Do you use this Positive Parenting Strategy? Do you know the key to positive connection with your child can be found in the Child Ego State? Use this positive parenting tip to minimize power struggles and bring more meaningful connection to your parent-child relationship. Connect with your kids using the Child Ego State mindset and less Adult Ego and Parent Ego State of Personality.
Positive Parenting: Connecting through Child Ego State
I took a walk yesterday with my three-year-old.
It was the longest three-block walk I’ve ever been on in my life.
She jumped on her scooter and we set out for our loop, however, instead of the usual 20-minute stroll, it took over an hour to make it back home.
1 hour and 3 minutes to be exact.
You see, three whole minutes into our walk, she abandoned her scooter and set off on her own adventure.
She found puddles to jump in, stomped in every pile of snow she found and exclaimed “look at my footprints” like it was the first time she was seeing them.
She picked up pine cones and rocks… so many rocks.
She pointed out squirrels scurrying up trees and across power lines.
She balanced on yard borders and rocks, and laughed when she crushed ice with her boots.
She took a five-minute break on a neighbor’s steps to stare up a balloon caught in the tree.
She discovered her shadow for the first time.
She sang to herself and laughed at her own nonsensical jokes.
And then she looked over her shoulder and whispered, “Mommy, you’re my best friend.”
When we first started the walk, I was annoyed she was taking so long. I had a list running through my head of all the things I needed to get back home to do. Unfinished work I pushed to the last minute, laundry still sitting in the dryer, sheets which needed washed, bills I had to get in the mail before the mailman came, the lunch we were now missing and a nap she was inevitably going to be late for.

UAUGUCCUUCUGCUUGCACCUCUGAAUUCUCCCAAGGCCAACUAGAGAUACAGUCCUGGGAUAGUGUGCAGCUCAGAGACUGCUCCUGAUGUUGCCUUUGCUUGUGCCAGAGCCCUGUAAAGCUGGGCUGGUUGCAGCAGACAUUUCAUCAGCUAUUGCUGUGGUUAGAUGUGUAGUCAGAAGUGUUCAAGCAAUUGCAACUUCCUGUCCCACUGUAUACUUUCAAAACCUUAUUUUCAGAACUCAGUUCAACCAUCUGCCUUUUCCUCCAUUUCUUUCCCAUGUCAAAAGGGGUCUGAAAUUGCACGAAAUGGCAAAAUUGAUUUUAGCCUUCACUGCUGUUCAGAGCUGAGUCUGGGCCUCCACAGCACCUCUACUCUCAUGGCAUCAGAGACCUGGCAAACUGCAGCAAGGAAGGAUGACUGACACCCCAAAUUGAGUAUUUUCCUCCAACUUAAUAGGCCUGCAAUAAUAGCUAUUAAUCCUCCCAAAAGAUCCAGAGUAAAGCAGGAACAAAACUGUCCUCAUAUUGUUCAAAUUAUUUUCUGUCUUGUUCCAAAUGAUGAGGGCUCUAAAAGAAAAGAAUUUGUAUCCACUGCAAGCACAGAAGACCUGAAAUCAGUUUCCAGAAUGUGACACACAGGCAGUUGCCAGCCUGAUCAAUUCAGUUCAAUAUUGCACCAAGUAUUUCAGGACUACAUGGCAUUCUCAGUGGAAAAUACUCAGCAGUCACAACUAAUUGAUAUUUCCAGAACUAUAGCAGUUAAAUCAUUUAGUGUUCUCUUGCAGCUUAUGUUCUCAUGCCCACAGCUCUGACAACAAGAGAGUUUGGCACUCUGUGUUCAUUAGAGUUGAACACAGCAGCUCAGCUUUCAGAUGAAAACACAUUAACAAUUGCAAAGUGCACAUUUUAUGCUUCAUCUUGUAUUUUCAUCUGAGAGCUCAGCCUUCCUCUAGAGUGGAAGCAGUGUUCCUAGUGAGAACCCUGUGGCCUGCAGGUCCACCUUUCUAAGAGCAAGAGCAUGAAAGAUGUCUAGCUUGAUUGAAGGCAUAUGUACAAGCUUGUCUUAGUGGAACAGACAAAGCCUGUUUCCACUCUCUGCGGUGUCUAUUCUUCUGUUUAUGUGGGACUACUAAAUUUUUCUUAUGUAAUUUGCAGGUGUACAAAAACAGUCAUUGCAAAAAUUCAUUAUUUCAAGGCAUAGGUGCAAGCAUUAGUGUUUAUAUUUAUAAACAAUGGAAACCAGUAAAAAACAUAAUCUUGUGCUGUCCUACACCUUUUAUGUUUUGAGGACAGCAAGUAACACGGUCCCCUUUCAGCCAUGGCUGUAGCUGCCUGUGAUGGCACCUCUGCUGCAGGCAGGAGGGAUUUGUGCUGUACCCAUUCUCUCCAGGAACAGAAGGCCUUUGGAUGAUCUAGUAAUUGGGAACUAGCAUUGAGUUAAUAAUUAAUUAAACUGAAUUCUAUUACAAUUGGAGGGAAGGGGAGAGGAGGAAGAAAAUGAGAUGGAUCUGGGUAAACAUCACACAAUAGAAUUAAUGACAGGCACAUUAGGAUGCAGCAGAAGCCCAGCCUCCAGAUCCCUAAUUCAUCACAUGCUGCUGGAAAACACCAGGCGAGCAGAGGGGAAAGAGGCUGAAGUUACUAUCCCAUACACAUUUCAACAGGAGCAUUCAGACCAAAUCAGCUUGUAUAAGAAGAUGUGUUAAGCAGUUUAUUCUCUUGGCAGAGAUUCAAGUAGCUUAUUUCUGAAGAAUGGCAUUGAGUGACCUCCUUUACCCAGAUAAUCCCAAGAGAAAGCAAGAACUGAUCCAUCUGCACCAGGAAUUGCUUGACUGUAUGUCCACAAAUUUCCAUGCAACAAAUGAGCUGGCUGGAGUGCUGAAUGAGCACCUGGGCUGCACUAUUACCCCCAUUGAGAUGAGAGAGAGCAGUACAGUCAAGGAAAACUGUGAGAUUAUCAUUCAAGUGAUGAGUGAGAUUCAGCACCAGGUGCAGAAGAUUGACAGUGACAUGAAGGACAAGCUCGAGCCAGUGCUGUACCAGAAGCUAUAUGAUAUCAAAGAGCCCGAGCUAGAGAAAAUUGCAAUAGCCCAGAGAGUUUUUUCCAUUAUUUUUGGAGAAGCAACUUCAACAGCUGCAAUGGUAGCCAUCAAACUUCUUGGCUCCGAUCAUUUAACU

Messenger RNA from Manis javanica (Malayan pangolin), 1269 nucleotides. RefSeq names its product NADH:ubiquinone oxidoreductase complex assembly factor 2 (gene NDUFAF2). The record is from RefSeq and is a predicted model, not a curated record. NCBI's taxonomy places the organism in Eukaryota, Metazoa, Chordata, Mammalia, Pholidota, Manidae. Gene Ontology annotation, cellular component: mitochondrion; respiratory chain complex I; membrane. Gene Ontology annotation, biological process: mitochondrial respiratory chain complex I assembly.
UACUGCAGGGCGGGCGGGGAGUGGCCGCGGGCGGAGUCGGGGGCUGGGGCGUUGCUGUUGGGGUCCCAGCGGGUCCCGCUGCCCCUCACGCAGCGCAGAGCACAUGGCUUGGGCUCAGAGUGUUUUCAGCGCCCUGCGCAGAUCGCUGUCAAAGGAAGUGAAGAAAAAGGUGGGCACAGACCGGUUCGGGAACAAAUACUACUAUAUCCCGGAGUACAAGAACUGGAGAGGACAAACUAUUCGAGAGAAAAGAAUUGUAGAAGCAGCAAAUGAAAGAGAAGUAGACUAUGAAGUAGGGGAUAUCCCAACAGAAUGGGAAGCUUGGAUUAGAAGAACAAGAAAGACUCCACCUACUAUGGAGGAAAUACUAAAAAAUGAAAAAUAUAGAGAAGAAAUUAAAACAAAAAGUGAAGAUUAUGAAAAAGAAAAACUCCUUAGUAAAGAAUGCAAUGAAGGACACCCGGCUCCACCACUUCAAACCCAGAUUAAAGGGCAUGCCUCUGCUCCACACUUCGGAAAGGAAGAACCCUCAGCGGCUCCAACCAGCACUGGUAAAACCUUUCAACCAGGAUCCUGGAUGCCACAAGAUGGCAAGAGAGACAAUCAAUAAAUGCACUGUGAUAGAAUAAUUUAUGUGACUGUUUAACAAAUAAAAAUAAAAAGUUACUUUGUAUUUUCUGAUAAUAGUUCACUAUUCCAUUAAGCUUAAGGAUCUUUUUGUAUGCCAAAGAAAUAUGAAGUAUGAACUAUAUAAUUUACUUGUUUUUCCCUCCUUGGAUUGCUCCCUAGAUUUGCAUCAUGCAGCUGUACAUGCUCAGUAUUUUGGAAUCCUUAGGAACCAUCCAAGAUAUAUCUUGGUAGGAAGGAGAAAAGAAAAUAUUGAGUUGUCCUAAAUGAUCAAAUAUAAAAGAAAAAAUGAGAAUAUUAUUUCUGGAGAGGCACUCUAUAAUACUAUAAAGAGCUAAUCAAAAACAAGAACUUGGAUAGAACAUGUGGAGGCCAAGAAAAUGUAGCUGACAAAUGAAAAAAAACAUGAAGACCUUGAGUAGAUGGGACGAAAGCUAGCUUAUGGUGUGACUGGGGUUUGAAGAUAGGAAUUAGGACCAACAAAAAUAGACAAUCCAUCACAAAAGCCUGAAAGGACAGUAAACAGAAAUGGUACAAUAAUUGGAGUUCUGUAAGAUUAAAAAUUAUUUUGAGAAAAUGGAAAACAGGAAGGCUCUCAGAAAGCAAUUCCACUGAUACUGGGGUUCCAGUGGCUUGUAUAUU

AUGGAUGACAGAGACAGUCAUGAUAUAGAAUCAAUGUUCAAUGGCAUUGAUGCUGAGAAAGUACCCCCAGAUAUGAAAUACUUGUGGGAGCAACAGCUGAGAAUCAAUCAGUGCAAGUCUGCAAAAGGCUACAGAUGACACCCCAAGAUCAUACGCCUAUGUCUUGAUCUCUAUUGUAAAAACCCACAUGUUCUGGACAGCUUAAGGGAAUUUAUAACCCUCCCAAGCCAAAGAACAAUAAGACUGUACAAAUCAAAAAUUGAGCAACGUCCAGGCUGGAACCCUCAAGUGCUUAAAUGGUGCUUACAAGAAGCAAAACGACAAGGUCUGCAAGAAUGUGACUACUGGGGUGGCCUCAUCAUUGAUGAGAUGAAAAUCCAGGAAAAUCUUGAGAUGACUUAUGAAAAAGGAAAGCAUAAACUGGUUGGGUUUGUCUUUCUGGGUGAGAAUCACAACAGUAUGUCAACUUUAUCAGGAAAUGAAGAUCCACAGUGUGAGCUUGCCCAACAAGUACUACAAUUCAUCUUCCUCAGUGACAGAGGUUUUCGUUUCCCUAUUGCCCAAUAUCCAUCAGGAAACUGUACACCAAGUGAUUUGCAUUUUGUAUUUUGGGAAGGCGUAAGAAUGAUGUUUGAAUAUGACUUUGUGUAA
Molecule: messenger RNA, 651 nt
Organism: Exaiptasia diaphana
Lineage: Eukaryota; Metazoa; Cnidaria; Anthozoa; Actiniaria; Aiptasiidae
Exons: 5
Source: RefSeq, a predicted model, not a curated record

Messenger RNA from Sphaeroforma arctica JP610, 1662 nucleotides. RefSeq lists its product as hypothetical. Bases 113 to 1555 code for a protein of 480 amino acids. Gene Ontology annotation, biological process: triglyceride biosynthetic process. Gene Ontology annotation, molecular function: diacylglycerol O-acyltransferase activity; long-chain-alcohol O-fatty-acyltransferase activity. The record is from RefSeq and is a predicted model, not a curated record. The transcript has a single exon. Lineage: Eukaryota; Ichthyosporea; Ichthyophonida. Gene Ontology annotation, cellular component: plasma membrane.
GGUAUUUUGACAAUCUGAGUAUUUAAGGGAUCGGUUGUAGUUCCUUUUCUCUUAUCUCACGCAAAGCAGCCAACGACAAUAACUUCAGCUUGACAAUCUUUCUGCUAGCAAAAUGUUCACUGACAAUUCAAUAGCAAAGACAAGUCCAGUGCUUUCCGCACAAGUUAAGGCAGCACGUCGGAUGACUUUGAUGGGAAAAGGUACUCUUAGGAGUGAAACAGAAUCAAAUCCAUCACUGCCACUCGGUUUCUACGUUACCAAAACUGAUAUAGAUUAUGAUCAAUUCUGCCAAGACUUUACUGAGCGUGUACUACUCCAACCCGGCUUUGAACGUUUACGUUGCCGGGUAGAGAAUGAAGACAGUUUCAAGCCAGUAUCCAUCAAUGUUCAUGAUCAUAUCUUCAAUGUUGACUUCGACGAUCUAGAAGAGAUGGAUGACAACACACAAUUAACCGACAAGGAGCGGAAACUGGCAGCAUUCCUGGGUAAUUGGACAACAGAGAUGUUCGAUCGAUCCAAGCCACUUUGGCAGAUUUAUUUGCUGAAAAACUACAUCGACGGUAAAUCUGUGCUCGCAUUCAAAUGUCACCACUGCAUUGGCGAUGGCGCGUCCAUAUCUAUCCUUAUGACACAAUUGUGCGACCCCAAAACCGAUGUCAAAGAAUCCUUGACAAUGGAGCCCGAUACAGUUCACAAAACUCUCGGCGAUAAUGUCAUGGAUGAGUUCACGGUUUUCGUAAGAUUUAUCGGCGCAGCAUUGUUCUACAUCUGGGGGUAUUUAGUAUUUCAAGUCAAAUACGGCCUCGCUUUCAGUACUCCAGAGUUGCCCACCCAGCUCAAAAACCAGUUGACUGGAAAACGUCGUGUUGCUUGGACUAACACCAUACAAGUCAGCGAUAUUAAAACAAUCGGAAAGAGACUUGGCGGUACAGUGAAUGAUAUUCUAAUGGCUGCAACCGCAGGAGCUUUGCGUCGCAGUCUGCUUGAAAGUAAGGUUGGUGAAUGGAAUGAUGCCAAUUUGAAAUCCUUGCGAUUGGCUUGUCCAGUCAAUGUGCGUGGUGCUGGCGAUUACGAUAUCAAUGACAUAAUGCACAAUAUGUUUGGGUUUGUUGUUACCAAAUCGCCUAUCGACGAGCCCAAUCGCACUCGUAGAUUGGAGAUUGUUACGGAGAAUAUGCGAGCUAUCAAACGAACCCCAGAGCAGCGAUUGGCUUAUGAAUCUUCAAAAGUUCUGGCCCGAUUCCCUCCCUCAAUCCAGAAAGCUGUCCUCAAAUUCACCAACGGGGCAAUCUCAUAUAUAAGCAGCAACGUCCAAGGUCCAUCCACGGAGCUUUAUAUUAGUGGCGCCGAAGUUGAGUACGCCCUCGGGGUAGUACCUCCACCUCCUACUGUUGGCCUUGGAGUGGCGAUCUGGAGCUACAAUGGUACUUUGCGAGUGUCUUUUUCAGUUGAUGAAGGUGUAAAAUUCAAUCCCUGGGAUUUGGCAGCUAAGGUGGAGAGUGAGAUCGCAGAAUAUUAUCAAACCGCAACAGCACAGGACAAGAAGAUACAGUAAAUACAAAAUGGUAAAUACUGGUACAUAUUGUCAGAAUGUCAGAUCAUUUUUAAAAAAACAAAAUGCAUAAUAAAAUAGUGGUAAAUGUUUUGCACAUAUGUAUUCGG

Truthfully, a hamster could have walked faster than us.
But I held my tongue.
I didn’t try to hurry her up or tell her to stop playing and get going.
You see, Taylor is my slow-moving child. She takes a million seconds to complete every task and I’ve been rushing her a lot lately. Hurrying her to get her jacket on, to pull on her boots, use the bathroom before we go, finish her snack, and move a little faster.
But, the words of Amy McCready, the founder of Positive Parenting Solutions were also on my mind during our walk.
She says there are three Ego States of Personality we all move in and out of during the day: The Child Ego State, Parent Ego State and Adult Ego State.
These different ego states of personality are mindsets we have for communicating with one another, and we go in and out of each mindset throughout the day. These states of personality hold the key to how connected or disconnected our relationships are with our children.
Learn the positive parenting strategy to staying in the connected zone.
CHILD EGO STATE
The Child Ego state is the joyful, playful, highly emotional state. It’s where children spend most of their time. This highly emotional state is where childlike tendencies factor in – with play, managing and learning emotions, tantrums, communication and finding pleasure in playtime.
Adults enter the chid ego state as well – playing with children, having fun, but also road rage, adult tantrums and outbursts are all part of the high-emotions in this mindset.
PARENT EGO STATE
The Parent Ego State is all about giving directions, reminding, ordering, and correcting. As a parent, you are correcting and directing your children through the responsibilities of the day. This is the voice of authority and you can find yourself in the parent state of authority with your children, partner, colleagues and with coaching and leadership roles.
- Reminding your child not to forget their backpack and lunch for school
- Asking your child to finish dinner
- Telling your child to put their shoes away and hang up their coat